A "giant northwest swell" has brought 40'-50' waves to the Hawaiian islands -- the biggest waves in a decades, according to meteorologists.
A large storm with hurricane-force winds is moving north of the islands, causing the massive waves, which are expected to last through Friday morning.
Big wave surfers were hoping the swell would merit the prestigious Quiksilver in Memory of Eddie Aikau surf competition, but event organizers decided that while the waves are big enough (the contest is only called if waves reach 20'), the winds were adverse. (Situations for "the Eddie" must be perfect; the competition has only happened 8 times in 28 years, most recently in 2009.)
While the waves are an exciting spectacle for most, they can be dangerous and threatening to shoreline property owners. Neighborhoods on Oahu's North Shore have experienced unprecedented erosion this winter season, with whole backyards, decks, and even swimming pools getting pulled into the ocean. Homeowners have prepped for today's swell with sandbags and reinforcements, and the Red Cross has volunteers and supplies on standby for those in need.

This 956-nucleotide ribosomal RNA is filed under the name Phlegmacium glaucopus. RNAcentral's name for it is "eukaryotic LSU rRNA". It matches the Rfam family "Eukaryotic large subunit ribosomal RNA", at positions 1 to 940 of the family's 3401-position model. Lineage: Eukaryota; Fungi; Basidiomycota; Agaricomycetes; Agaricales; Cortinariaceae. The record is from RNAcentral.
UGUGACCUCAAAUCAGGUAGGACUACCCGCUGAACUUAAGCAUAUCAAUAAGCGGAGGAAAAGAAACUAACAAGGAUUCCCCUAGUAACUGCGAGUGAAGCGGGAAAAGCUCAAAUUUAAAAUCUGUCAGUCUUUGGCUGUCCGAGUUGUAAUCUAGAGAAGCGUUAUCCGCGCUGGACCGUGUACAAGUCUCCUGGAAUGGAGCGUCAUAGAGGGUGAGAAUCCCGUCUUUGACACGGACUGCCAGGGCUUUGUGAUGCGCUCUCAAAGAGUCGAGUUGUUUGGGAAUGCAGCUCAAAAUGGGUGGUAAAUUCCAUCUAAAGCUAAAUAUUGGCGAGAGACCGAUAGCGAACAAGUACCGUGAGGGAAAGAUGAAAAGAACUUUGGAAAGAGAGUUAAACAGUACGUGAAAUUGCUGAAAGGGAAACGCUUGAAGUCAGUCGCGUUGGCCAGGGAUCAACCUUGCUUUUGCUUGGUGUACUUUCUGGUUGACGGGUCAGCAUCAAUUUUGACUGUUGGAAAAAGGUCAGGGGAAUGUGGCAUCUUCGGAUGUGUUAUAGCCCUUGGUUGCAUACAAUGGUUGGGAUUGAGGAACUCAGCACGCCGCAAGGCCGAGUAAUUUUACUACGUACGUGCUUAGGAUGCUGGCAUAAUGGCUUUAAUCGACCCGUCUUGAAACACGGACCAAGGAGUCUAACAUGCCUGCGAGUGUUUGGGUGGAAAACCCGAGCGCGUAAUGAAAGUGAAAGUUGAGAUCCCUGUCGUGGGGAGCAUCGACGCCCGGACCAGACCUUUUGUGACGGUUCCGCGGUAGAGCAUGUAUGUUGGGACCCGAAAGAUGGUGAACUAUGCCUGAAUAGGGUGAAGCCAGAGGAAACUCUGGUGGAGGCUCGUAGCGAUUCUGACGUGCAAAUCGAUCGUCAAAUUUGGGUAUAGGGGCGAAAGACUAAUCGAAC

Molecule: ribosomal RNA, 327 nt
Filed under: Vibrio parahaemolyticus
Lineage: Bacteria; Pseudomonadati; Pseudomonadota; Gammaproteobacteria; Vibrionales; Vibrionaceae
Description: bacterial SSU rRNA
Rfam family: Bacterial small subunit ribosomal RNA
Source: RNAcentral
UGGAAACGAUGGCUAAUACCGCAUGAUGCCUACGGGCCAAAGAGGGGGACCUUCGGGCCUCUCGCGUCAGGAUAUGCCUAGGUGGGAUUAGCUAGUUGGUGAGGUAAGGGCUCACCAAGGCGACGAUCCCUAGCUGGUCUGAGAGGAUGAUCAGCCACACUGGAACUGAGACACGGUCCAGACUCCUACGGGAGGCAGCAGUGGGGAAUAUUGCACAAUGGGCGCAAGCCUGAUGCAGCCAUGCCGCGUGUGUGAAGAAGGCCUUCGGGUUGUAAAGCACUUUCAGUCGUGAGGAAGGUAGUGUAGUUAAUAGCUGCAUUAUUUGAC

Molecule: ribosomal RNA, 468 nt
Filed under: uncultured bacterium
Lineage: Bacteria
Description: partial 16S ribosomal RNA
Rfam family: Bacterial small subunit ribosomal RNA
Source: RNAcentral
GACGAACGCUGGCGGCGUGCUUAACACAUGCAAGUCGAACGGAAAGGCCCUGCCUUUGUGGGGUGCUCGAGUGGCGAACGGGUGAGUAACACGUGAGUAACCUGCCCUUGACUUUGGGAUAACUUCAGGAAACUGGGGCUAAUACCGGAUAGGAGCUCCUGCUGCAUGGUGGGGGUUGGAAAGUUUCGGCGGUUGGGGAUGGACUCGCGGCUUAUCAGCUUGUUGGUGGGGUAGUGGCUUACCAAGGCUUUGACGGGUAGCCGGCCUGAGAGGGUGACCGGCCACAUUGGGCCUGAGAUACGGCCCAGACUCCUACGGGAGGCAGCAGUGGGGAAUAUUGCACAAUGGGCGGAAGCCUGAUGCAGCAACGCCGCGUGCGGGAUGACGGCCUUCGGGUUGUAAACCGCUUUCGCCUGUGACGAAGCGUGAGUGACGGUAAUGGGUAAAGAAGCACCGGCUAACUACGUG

Beaches have been closed and lifeguards are on duty to keep observers away from the unpredictable waves. "The waves are big, powerful and most positively deadly," warned Mike Cantin of the National Weather Service. "The weight behind these waves can easily break bones and kill you and drown you ... You may be on rocks and think you are safe and that bigger wave set knocks you off and you're gone."
Below, some early photos of the epic swell and live video from Oahu's North Shore:
Watch the conditions live at Pipeline: